Despite India's appearance as a model of moderation and stability, there are perceptions of India's nuclear weapons programs that, if not properly addressed, could ignite a regional arms race. Most important is the perception of India in Pakistan.
The primary purpose of Pakistan's nuclear deterrent is India. Islamabad has largely accepted that New Delhi needs a minimum nuclear arsenal, but Islamabad asserts that India should not substantially exceed Pakistan's deterrent in size or capability. There are also three U.S. policies toward India that unfavorably affect Islamabad's security perceptions.
First, India and the United States are cooperating on regional missile defense, which could someday counter Pakistan's missile delivery capability.
Second, the proposed U.S.-India nuclear deal excludes eight of India's nuclear reactors, including its fast breeder reactor. Fast breeder reactors are known to be very efficient at creating weapons-grade fuel. Islamabad is afraid that without international controls, India will continue to produce nuclear weapons until it has an overwhelming advantage.
Finally, the United States is not including Pakistan in a civilian nuclear deal. Islamabad feels that it needs a conventional military deterrent against India to avoid escalation in the event of war or border confrontation. Pakistan is already insecure about India's much greater size, and Islamabad worries about an American alliance with its greatest enemy.
That said, there is little motivation in Washington to change policies. Specifically:
Nevertheless, it is in America's interests to reassure Pakistan and the international community that a criteria-based second-track policy does not present open-ended exceptions to qualifying non- nuclear-weapon states. Indeed, reassuring Pakistan is a central goal of the second track of the two-track policy proposed in this paper.
Chinese Contributions to the Nuclear Proliferation Problem
While China is a de jure nuclear-weapon state under the NPT, U.S. policy cannot ignore the fact that China's behavior has served to spur India to obtain nuclear weapons. For example:
On December 23, 2005, the U.S. government imposed sanctions on six Chinese companies for violating the Iran Nonproliferation Act of 2000. Three of these companies had been sanctioned previously.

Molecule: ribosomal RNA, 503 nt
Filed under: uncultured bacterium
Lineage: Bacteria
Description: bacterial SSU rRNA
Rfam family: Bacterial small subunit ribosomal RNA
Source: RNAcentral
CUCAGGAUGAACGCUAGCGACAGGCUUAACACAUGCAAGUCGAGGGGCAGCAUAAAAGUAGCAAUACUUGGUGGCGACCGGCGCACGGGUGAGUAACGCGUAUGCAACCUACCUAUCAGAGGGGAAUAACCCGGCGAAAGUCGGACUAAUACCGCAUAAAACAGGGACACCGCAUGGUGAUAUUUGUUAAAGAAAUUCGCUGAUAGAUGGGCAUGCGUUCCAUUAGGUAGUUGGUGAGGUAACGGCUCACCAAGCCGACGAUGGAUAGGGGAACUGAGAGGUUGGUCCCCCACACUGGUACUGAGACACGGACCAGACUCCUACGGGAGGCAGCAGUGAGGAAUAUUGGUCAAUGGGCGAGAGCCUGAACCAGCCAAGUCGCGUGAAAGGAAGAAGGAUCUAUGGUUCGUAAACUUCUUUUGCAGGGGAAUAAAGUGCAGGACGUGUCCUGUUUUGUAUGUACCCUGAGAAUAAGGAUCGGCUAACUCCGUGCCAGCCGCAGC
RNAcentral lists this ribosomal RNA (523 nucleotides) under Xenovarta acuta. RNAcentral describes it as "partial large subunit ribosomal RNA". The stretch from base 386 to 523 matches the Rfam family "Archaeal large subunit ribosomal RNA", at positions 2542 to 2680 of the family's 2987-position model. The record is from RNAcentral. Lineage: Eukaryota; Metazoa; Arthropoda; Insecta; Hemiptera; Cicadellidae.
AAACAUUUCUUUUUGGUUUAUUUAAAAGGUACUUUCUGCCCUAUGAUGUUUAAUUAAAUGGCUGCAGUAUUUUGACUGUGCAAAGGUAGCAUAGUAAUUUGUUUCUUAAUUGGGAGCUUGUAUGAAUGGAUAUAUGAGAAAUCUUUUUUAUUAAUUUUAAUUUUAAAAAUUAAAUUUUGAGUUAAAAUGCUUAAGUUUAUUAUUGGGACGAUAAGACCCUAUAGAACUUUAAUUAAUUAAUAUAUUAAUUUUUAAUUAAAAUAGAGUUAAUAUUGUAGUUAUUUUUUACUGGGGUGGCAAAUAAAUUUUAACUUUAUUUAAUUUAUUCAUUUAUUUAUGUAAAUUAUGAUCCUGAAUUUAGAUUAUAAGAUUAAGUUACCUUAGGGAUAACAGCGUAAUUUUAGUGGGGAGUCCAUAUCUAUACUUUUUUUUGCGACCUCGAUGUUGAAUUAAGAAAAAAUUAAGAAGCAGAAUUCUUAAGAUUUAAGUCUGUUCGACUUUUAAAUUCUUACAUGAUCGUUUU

The nuclear weapons technology discovered in North Korea's nuclear program, including large numbers of centrifuge machines to produce weapons-grade uranium, originated with Chinese assistance to Pakistan's nuclear programs. It seems most unlikely that Islamabad would have passed on Chinese-origin nuclear technology in such quantities to North Korea without Beijing's knowledge and consent.
A December 2003 CIA report to Congress notes that in November 2000, China committed to refusing to assist any country in developing ballistic missiles that could be used to deliver nuclear weapons. In August 2002, as part of that commitment, China promulgated a comprehensive missile-related export control system, similar in scope to the Missile Technology Control Regime Annex. However, the CIA report also notes that Chinese firms continue to provide North Korea with dual-use missile-related items, raw materials, and other assistance.
China provided nuclear technology assistance to Pakistan through 1992, when Beijing joined the NPT. In 1995, China exported 5,000 specially designed ring magnets to an unsafeguarded nuclear laboratory in Pakistan that allegedly was involved in nuclear weapons work.
In 2004, nuclear
weapons design documents, written in Chinese and originally
addressed to Pakistan, were discovered in Libya. The documents
suggest that China continued to provide training to Pakistani
scientists over the course of several years after transferring
Thomas Woodrow, "China Opens Pandora's Nuclear Box," China Brief, Vol. 2, Issue 24 (December 10, 2002), at http://www.jamestown.org/publications_details.php?volume_id=18&&issue_id=664 (April 5, 2006).
Central Intelligence Agency, "Unclassified Report to Congress on the Acquisition of Technology Relating to Weapons of Mass Destruction and Advanced Conventional Munitions: 1 January-June 2003," December 2003, at http://www.cia.gov/cia/reports/721_reports/jan_jun2003.htm (April 5, 2006).
While properly crafted legislation and international agreements should establish criteria that permit only qualifying de facto nuclear-weapon states to benefit from civil nuclear cooperation, second-track negotiations should reassure Islamabad that Washington will not permit New Delhi to use its nuclear deal with the U.S. to dominate Pakistan or accelerate the arms race in Asia. In fact, the U.S. should press for the resolution of regional disputes in the second track with the ultimate goal of convincing both India and Pakistan that neither country needs nuclear weapons. Success in the second track, therefore, will serve the purpose of the NPT, which is to limit nuclear weapons to the five de jure nuclear-weapon states identified by the treaty.